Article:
Governor makes more appointments, holds annual Prayer Breakfast
JEFFERSON CITY, Mo. – With the first full week of the new year nearly over, Governor Eric Greitens has been busy as the legislature returns to the State Capitol.
The Republican governor began the shortened week by announcing he had withdrawn his five appointments to the State Board of Education and re-appointed them, in an effort to give the Senate more time to confirm them.
The Governor also named a number of appointees to various boards and commissions.
But the perhaps the most unexpected appointment was the Governor’s decision to appoint Sen. Ryan Silvey as the next commissioner to the Missouri Public Service Commission.
The Governor’s Office also shared the details of the next State of the State address, which will take place at 7 p.m. on Wednesday, January 10. The annual message to the General Assembly will be held in the House of Representatives Chamber at the Missouri State Capitol.
On Thursday, the Governor held the annual Governor’s Prayer Breakfast, where there were some differences from past years, most notably the seating placement of leadership from the state legislature, who typically sits at the head table beside the governor.
Governor Greitens shared the following message with those present:
“One of my favorite lines in Scripture comes from Joshua 1:9: ‘Have not I commanded thee? Be strong and of a good courage; be not afraid, neither be thou dismayed: for the Lord thy God is with thee withersoever thou goest.’ [SIC]
“We pray to remind ourselves that God is with us. Because, at many moments in our lives, we need reminding. One of my very favorite moments in all of Scripture comes at Genesis 32:9, part of the story of Jacob. All of you know this story: Esau is bearing down on Jacob with an army.
“We know that Jacob did three things: First, he tried to appease with an offering… Then, he readied his camp and prepared for battle… And finally, he prayed. He prayed for God’s grace and mercy. Jacob was a powerful man—but he was afraid. And so, he humbled himself before God. He declared his unworthiness. He asked for His Divine Providence. It is one of the most powerful moments in the scripture: when Jacob’s faith conquered his fear. For us, maybe, this can be a moment in which our faith conquers our fear.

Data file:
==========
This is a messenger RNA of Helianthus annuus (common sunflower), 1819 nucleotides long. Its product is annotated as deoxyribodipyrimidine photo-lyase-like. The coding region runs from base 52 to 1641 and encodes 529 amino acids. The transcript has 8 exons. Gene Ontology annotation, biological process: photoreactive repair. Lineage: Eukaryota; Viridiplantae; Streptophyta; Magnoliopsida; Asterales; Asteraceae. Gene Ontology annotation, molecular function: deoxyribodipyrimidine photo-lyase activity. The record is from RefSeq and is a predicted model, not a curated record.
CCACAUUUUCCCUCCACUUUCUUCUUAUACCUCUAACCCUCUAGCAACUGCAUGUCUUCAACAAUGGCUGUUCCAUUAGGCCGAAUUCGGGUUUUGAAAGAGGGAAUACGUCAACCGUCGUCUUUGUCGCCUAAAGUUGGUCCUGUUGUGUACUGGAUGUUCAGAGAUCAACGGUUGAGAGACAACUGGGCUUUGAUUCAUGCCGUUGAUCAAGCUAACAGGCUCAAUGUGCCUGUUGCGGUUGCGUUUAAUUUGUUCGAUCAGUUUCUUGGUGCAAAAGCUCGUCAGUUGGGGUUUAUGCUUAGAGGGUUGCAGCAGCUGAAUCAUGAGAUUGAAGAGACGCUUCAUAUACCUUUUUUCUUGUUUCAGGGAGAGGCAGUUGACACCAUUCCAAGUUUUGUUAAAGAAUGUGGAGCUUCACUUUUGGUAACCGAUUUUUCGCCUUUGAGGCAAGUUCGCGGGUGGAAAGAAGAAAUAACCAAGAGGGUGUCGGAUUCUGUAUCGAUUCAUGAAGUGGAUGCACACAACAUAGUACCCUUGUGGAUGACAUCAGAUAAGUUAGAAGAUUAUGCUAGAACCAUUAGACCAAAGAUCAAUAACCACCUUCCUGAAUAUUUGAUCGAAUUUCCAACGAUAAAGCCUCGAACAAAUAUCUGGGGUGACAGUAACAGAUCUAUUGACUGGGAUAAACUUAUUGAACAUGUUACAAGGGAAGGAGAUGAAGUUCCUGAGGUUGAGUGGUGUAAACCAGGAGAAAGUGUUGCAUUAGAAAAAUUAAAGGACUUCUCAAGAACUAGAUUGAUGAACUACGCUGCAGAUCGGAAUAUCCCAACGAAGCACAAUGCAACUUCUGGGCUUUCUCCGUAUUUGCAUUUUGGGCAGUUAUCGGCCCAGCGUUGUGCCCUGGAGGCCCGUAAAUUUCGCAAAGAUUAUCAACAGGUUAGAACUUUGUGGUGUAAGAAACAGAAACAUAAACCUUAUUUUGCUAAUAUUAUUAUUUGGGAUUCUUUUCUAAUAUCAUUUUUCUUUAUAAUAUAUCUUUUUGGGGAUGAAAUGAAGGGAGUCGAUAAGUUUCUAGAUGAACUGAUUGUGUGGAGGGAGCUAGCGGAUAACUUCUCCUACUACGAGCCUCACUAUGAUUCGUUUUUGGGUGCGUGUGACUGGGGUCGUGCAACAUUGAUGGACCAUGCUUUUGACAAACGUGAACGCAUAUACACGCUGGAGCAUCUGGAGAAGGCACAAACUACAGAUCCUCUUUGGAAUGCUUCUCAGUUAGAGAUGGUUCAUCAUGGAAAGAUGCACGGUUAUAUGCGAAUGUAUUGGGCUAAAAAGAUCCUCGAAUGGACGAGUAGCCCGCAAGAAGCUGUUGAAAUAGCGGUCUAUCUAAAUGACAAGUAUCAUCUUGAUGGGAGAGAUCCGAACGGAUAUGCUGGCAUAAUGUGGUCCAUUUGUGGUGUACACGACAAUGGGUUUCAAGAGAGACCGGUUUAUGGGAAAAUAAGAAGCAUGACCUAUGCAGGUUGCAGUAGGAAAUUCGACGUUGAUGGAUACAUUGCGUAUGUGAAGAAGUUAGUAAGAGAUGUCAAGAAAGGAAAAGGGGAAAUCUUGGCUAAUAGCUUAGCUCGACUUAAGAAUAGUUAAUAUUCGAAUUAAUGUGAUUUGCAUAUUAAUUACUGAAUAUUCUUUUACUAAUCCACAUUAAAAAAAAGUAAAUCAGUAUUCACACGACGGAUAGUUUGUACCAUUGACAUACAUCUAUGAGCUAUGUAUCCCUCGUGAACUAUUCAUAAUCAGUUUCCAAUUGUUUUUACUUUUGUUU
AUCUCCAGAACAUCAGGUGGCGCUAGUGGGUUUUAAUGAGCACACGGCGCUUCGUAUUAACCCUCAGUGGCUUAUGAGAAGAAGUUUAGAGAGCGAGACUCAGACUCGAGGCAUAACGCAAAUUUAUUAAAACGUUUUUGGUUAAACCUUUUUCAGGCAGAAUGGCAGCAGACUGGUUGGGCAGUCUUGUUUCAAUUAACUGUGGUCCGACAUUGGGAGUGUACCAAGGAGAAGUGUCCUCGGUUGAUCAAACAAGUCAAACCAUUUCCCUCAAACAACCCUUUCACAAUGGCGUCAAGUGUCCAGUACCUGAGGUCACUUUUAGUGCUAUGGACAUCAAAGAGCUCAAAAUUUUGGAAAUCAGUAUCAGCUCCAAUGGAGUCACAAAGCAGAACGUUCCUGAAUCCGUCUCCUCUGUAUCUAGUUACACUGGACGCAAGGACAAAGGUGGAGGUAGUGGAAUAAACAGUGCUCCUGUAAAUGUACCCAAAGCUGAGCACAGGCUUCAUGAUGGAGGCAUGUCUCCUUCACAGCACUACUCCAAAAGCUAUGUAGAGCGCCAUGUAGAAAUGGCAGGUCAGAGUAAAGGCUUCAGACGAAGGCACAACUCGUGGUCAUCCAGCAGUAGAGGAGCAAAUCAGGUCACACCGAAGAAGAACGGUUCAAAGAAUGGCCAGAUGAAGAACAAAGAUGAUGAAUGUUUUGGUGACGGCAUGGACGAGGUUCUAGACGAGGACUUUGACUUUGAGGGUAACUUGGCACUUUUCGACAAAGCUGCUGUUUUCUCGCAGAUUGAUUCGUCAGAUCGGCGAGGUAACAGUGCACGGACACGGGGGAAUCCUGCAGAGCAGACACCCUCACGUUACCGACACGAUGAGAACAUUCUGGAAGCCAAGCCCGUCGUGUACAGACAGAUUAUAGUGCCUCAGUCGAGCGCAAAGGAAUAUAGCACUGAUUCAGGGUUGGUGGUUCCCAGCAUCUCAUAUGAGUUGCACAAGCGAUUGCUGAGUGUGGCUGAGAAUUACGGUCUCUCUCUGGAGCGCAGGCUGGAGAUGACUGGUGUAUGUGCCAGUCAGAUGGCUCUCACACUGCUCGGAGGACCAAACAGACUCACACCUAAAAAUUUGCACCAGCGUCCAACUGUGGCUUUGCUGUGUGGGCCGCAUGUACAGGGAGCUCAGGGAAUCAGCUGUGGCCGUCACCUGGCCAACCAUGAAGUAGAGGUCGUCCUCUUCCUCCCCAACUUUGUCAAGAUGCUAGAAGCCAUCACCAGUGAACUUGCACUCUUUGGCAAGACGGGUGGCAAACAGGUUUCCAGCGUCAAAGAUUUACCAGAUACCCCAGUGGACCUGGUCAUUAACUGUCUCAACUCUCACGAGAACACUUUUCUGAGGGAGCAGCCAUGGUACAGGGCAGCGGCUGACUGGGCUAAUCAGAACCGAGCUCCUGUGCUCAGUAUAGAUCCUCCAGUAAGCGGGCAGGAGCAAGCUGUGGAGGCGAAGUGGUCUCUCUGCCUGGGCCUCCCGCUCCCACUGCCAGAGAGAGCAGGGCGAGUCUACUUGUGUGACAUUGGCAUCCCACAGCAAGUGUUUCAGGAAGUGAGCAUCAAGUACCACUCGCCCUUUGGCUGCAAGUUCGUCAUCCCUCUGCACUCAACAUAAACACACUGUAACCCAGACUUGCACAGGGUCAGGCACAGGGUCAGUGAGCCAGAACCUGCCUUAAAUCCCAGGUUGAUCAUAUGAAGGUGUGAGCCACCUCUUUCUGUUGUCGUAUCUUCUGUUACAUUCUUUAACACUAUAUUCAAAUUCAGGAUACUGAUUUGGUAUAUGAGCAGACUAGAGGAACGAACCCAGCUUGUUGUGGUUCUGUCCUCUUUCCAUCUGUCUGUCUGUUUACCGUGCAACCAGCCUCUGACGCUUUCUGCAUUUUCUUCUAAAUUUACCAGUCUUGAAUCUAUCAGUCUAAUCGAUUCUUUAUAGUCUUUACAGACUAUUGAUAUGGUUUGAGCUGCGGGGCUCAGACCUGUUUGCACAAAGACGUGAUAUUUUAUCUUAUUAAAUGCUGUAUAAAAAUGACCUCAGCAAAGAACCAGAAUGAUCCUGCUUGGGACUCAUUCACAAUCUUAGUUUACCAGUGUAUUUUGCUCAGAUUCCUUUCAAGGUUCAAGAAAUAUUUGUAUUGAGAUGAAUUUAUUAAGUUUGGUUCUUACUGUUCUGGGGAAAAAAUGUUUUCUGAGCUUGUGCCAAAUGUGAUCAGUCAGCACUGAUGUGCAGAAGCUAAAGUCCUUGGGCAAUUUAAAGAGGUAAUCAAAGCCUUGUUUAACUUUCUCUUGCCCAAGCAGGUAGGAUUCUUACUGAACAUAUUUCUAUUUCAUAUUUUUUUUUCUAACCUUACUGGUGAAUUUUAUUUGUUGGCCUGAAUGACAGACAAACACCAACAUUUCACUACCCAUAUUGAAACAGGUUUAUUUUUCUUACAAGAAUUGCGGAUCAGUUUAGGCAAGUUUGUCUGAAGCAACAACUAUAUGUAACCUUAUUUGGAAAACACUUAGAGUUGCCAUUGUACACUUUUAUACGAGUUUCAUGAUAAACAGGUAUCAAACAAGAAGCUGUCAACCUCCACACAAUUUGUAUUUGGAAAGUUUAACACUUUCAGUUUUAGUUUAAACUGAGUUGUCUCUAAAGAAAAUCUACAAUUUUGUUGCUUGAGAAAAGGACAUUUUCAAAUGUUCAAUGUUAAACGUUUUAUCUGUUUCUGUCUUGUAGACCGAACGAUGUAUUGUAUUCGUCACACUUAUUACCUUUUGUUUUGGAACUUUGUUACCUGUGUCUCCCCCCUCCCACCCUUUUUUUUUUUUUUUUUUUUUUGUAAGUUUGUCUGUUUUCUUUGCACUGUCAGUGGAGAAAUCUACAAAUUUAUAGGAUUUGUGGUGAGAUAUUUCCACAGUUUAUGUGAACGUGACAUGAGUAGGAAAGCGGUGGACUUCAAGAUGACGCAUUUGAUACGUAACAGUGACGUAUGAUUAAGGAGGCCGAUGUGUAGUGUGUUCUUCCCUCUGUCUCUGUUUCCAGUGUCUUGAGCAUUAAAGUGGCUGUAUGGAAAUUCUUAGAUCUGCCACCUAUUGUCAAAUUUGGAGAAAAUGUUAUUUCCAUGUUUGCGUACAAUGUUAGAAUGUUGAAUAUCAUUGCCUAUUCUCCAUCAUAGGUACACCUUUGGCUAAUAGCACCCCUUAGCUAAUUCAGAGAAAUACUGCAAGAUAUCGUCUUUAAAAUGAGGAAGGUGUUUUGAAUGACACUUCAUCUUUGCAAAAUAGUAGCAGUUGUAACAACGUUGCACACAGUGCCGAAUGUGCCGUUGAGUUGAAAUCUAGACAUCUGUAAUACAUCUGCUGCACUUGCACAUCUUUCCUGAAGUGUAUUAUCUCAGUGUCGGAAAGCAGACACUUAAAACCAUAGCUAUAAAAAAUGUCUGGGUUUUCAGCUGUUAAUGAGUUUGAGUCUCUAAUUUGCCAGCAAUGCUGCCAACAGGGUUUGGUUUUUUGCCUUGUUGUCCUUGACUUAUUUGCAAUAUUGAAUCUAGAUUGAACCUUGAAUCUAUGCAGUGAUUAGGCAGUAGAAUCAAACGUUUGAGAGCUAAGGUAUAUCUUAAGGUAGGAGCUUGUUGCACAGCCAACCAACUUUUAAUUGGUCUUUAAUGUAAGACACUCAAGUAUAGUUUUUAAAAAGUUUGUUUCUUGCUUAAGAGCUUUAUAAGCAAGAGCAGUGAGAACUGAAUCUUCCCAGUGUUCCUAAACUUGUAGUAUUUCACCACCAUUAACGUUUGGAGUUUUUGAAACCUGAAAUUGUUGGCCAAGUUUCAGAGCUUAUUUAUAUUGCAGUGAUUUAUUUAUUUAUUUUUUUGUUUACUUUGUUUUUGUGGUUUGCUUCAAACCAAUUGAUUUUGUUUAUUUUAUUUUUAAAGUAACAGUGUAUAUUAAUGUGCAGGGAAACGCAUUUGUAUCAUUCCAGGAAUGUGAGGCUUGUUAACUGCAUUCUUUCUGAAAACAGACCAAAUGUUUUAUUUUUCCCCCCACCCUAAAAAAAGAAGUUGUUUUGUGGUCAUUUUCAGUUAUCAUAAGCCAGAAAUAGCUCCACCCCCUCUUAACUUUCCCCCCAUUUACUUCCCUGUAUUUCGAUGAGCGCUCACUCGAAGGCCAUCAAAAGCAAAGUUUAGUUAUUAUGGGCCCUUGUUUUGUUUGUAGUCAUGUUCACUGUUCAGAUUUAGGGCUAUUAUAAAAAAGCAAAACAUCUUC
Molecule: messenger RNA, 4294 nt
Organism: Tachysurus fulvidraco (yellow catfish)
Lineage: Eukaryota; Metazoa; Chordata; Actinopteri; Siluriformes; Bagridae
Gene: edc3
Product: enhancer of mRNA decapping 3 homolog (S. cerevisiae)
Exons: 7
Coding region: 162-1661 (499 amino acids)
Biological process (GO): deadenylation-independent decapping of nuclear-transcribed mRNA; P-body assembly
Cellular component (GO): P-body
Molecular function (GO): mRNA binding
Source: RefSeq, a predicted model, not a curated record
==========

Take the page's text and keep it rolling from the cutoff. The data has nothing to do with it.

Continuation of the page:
“You know, this is a good tradition. And to many people, a prayer breakfast seems a simple thing. But it’s worth remembering that a moment like this should also give us courage—courage to know that we can all come together in a time like this to pray together. We come together at the beginning of a new year. We come together at the beginning of another chapter in the history of Missouri, another chapter in each of our personal journeys, and another chapter full of possibility for what we might be able to do together. And it is fitting that the first lines in that chapter are lines of prayer. In prayer, we’re reminded that there’s no monopoly on wisdom.
“Prayer both humbles us and strengthens us. Prayer humbles us because we are reminded of our imperfections, our difficulties, our needs, our unworthiness. And prayer strengthens us because, while the work we have to do is hard—and may well be, and often is, beyond our wisdom and our power and any knowledge that we may have—we know that God is capable of this work.
“There’s a Jewish Prayer book called Gates of Prayer. And it says: ‘Prayer cannot bring water to parched field, nor mend a broken bridge, nor rebuild a ruined city; but prayer can water an arid soul, mend a broken heart and rebuild a weakened will.’
“May God open our hearts. Strengthen our souls. And inspire all of us to do His will this year.”
Later in the day, Governor Greitens spoke at the unveiling of the portrait of former Gov. Jay Nixon.
Benjamin Peters is a reporter for the Missouri Times and Missouri Times Magazine, and also produces the #MoLeg Podcast. He joined the Missouri Times in 2016 after working as a sports editor and TV news producer in mid-Missouri. Benjamin is a graduate of Missouri State University in Springfield. To contact Benjamin, email firstname.lastname@example.org or follow him on Twitter @BenjaminDPeters.